Bell Gorge / Silent Grove
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The Wunaamin-Miliwundi Range. (formerly King Leopold Ranges) extend for some 300 kilometres from Walcott Inlet, in the west to about 100 kilometres from Halls Creek in the east. The ranges consist of long, rugged, spinifex-covered ridges and escarpments. Mount Ord at 947 metres above sea level and Mount Broome at 935 metres are the highest peaks in the range.
The most abundant of the tilted strata are white and pink quartz sandstone, buff siltstone and brown mudstone. There are also layers of grey-green basalt that solidified from lava flows and grey dolerite formed from molten rock which invaded the older sedimentary rock to form layers.
This sequence of rocks formed in a region known as the Kimberley Basin, which is, in places 5000 metres thick. It was deposited in shallow water on a slowly subsiding large continental mass in Precambrian times, about 1800 million years ago.
About 560 million years ago the generally flat-lying layers were thrust from the north-east over older granite, volcanic and metamorphosed sedimentary rocks of the Hooper Complex. This caused the rocks on the leading edge to crumble in a major mountain building exercise. Subsequent erosion formed the King Leopold Ranges today.
Following wet season rains, great volumes of water cascading from the range drain to the west through a series of creek systems such as the Lennard River and Bell Creek. This water ultimately flows into the sea at King Sound and Walcott Inlet.
In 1897 Alexander Forrest's survey party travelling from the De Grey River to Port Darwin named the Ranges "After King Leopold of Belgium, in recognition of the great interest taken by His Majesty in exploration". The Belgian king's bloodthirsty reign over the Congo Free State, estimated to have cause caused the deaths of up to 10 million people, has triggered long-running calls for the ranges to be renamed. These ranges are now called the Wunaamin-Miliwundi Range.
However they were unable to find a way through the rugged ranges.
In 1898 the explorer and stockman Frank Hann managed to cross the ranges via the pass which bears his name.
Hann named Bell Creek "after Mr Bell of Derby".
The Mount Hart pastoral lease, which encompasses Bell Gorge and Silent Grove, was first taken up around 1919. Since then there have been a succession of pastoralists who went broke, and walked off the lease because the land was too rugged and unsuitable for pasture.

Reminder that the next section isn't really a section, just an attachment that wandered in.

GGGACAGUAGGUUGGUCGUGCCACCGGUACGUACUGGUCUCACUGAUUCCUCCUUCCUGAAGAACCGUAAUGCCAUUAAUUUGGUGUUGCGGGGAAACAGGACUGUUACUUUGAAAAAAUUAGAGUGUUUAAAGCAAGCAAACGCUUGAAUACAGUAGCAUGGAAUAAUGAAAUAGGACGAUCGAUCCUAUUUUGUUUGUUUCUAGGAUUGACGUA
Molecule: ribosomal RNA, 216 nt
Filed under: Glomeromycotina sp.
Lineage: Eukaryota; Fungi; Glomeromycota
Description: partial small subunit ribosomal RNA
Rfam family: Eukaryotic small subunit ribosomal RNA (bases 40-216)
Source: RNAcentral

In 1991 the Department of Conservation and Land Management acquired the land to create the proposed King Leopold Conservation Park, now the Wunaamin-Miliwundi Conservation Park. The park, which covers over 392,000 hectares, is situated approximately 200 kilometres from Derby and 450 kilometres from Kununurra via the Gibb River Road.
The Silent Grove Campground takes its name from the old station homestead.
It has showers, flushing toilets and drinking water can be obtained from the taps in the grounds. Fires may be lit in the fire rings provided, subject to fire restrictions. Bring your own firewood.
The National Park Rangers collect camping fees & entry fees in the late afternoon and evening. Bookings can also be made online at https://parks.dpaw.wa.gov.au/park-stay
Please note: No camping allowed at Bell Creek.
Things To Do
Water flowing west from the Wunaamin-Miliwundi Range has cut down through the ancient rock to form spectacular gorges such as Bell and Lennard Gorges. Bell Gorge, about 300 metres above sea level is the beginning of a series of waterfalls which descend through the Isdell Range to Walcott Inlet.
Bell Gorge is a spectacular spot for swimming, photography and enjoying what nature has to offer. The falls are reached by a one kilometre walk from the car park. Once you have come to the top of the waterfall you may wish to swim or relax in the top pool or cross, further up the creek, to the opposite side. From there it is a reasonable walk over the top of the hill and through the spinifex to the bottom pool. Here is an excellent swimming hole and a magnificent view of the waterfall and the gorge to the west.
Things You Need To Know
Where is it?
238 kilometres from Derby and 281 kilometres from Fitzroy Crossing.
Three hours from Derby and three and a half hours from Fitzroy Crossing.
What to do
Camping, sightseeing, walking, photography, nature observation.
May to September. May be inaccessible during the wet season.
(Information supplied by the Parks and Wildlife Services )